An Overview About Thai Cuisine
Thai cuisine (Thai: อาหารไทย, RTGS: ahan thai, pronounced [ʔāː.hǎːn tʰāj]) is the national cuisine of Thailand.
Thai cooking places emphasis on lightly prepared dishes with strong aromatic components and a spicy edge. Thai chef McDang characterises Thai food as demonstrating "intricacy; attention to detail; texture; colour; taste; and the use of ingredients with medicinal benefits, as well as good flavour", as well as care being given to the food's appearance, smell and context. Australian chef David Thompson, an expert on Thai food, observes that unlike many other cuisines, Thai cooking is "about the juggling of disparate elements to create a harmonious finish. Like a complex musical chord it's got to have a smooth surface but it doesn't matter what's happening underneath. Simplicity isn't the dictum here, at all."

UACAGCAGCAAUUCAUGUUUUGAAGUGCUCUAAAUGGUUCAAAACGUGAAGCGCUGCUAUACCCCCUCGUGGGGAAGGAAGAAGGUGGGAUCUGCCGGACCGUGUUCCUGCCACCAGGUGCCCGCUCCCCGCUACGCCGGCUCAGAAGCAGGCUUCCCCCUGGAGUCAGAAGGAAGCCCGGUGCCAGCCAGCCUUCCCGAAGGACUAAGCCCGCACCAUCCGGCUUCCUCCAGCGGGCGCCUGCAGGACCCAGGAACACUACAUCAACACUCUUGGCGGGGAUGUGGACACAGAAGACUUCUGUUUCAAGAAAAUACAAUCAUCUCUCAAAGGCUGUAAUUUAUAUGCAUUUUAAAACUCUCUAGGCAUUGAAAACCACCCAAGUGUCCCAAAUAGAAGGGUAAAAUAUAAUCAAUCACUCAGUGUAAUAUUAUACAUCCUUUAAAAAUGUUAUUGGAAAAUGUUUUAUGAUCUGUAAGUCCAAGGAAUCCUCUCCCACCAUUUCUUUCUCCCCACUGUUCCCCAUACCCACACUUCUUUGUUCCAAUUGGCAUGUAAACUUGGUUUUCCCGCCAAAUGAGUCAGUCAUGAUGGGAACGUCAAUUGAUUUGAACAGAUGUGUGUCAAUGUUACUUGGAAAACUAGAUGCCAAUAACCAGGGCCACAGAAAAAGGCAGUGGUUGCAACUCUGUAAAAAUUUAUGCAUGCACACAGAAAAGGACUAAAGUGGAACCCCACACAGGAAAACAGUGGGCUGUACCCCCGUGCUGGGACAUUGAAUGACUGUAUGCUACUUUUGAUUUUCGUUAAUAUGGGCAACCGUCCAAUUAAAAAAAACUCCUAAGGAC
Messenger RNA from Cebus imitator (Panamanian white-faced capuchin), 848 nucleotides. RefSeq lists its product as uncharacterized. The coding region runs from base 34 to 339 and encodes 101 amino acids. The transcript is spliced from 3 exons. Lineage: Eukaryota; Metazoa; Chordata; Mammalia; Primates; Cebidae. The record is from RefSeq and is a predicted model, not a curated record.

Traditional Thai cuisine loosely falls into four categories: tom (boiled dishes), yam (spicy salads), tam (pounded foods), and gaeng (curries). Deep-fries, stir-fries and steamed dishes derive from Chinese cooking.
In 2017, seven Thai dishes appeared on a list of the "World's 50 Best Foods"—an online poll of 35,000 people worldwide by CNN Travel. Thailand had more dishes on the list than any other country. They were: tom yam goong (4th), pad Thai (5th), som tam (6th), massaman curry (10th), green curry (19th), Thai fried rice (24th) and mu nam tok (36th).
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Tim Cheung (12 July 2017). "Your pick: World's 50 best foods". CNN. Retrieved 5 May 2018.